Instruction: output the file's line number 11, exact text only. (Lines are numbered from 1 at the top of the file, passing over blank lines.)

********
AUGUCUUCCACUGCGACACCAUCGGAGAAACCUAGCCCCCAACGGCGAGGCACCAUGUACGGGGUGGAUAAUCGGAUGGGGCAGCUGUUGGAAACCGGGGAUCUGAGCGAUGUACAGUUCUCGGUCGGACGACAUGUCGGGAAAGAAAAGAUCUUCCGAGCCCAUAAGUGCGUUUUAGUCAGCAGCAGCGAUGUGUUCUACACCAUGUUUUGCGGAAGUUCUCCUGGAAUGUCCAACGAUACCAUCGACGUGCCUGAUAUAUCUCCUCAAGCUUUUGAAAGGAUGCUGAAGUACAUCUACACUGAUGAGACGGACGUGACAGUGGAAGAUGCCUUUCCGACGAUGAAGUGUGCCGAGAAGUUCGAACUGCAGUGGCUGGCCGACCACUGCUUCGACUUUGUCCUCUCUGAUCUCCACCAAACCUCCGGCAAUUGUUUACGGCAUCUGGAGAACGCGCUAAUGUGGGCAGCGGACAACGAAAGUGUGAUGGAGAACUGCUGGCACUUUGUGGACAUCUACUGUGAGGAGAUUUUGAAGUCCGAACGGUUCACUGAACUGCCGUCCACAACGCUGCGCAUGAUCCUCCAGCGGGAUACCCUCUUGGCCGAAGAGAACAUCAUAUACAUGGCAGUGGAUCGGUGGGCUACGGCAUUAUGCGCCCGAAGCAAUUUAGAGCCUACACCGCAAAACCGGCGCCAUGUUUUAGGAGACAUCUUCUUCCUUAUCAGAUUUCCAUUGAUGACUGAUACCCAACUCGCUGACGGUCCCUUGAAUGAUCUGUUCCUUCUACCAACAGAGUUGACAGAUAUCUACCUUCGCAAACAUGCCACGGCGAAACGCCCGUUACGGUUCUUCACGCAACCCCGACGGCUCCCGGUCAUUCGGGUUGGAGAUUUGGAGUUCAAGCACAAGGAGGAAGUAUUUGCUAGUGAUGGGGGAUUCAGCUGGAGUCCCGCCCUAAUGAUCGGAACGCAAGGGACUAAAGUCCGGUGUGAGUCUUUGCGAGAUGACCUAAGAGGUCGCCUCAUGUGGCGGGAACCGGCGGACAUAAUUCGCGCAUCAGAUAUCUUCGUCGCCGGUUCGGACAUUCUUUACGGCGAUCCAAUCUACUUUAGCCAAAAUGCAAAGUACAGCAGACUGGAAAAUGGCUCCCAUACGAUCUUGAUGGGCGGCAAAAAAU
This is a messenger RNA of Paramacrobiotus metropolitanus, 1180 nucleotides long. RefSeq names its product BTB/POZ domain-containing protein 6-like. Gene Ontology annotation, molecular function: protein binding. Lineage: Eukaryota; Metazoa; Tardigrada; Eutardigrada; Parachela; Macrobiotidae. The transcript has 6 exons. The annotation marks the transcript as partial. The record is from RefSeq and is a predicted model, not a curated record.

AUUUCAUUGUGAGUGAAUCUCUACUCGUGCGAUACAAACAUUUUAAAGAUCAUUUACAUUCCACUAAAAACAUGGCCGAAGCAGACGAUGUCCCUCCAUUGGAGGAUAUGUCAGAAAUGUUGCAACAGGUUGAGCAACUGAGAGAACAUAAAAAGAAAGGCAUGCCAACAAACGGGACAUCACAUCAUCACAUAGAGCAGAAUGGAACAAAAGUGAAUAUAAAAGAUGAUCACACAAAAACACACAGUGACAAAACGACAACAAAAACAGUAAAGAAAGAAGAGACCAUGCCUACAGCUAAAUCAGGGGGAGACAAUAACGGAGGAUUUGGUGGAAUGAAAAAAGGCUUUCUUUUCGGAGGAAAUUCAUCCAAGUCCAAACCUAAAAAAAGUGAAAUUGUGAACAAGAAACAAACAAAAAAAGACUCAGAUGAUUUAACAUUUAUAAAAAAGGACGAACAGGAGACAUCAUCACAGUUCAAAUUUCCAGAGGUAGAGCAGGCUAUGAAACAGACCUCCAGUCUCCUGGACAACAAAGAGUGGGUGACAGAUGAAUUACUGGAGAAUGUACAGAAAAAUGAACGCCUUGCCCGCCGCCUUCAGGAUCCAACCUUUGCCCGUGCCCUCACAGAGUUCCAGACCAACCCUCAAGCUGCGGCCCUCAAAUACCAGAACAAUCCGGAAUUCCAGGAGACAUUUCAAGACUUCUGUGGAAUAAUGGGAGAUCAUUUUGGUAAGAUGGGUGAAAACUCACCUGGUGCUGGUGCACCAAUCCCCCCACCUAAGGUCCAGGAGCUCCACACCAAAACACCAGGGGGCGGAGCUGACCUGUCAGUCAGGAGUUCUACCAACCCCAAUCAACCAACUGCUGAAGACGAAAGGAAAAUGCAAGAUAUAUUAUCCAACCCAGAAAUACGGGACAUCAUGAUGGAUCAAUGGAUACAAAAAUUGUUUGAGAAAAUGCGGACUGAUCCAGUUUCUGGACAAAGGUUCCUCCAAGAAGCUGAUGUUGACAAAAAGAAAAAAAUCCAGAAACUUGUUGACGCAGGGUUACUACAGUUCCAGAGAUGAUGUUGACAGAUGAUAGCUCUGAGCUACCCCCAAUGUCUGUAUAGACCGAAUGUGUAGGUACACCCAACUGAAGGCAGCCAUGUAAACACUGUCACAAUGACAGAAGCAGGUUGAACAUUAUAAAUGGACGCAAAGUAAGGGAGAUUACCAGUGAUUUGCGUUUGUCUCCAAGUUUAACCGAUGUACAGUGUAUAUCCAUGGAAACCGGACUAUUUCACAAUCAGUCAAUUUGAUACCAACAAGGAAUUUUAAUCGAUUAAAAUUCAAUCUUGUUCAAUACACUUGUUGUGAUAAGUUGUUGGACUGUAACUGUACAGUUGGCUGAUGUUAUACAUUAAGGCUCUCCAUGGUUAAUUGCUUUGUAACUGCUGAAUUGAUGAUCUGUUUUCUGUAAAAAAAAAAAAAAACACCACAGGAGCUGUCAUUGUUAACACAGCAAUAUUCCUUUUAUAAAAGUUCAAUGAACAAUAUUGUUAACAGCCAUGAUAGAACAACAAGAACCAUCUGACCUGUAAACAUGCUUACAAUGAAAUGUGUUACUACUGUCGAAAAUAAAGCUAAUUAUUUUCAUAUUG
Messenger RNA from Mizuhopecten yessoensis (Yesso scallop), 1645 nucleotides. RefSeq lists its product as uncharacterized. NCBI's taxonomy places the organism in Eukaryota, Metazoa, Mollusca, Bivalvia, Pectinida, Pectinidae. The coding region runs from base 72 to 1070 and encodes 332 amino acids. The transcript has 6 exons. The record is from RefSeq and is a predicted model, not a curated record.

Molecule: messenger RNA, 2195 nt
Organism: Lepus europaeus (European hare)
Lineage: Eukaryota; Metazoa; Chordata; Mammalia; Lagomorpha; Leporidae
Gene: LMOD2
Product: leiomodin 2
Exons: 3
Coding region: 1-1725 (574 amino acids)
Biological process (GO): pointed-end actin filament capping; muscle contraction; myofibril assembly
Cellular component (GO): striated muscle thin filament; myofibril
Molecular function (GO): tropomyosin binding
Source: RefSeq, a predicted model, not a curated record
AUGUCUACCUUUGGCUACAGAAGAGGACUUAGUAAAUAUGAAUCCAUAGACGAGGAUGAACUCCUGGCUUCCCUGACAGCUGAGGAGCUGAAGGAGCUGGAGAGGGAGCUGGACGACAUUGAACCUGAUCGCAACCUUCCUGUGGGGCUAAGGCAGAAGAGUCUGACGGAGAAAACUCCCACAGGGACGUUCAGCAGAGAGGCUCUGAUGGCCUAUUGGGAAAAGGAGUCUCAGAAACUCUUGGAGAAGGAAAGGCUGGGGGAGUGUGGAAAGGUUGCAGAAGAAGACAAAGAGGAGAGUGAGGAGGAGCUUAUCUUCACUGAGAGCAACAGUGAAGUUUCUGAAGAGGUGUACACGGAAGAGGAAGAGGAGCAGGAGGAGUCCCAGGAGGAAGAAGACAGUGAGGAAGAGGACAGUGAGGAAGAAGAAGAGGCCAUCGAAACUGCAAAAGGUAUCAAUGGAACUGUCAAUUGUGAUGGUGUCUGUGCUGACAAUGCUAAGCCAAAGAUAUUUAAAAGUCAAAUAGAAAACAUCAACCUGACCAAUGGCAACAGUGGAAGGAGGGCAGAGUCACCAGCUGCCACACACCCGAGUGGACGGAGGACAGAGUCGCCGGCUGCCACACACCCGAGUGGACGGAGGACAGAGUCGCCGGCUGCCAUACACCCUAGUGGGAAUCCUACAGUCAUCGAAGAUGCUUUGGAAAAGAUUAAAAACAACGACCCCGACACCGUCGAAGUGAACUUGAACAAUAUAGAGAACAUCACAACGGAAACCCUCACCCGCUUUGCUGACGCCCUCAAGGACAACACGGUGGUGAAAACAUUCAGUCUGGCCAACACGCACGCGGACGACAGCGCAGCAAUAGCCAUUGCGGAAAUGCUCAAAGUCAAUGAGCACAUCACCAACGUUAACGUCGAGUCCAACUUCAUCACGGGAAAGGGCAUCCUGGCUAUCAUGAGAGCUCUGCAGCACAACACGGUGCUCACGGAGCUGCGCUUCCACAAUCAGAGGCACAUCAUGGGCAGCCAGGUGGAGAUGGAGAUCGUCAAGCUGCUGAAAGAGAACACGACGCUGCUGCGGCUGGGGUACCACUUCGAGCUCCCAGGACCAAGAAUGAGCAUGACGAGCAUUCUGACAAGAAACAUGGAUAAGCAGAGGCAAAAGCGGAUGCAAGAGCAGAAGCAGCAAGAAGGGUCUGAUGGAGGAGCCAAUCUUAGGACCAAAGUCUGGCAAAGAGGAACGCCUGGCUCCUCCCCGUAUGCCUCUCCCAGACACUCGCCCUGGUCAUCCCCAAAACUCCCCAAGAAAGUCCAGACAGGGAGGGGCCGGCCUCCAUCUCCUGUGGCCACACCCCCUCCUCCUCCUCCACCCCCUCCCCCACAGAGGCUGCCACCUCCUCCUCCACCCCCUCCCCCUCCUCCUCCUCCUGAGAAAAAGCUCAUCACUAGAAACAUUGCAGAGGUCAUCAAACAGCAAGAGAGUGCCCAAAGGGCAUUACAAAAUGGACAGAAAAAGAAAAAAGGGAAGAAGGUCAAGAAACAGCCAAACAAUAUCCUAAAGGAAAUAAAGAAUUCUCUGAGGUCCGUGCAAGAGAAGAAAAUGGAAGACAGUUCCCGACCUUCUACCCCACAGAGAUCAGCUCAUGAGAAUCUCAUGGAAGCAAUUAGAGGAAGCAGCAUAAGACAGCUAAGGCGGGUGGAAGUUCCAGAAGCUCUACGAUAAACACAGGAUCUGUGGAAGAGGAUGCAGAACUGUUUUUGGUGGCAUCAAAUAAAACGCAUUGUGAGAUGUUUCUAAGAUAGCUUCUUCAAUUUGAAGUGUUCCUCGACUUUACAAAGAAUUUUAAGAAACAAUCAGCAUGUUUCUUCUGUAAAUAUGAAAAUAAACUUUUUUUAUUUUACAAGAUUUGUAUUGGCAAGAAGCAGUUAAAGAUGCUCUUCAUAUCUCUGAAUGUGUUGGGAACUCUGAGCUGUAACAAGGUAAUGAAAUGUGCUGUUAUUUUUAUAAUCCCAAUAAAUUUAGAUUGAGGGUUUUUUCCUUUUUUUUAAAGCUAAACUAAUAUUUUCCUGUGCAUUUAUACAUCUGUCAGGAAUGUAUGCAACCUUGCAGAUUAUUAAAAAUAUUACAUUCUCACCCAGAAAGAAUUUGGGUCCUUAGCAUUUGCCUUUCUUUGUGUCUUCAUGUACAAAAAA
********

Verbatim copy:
Coding region: 1-1725 (574 amino acids)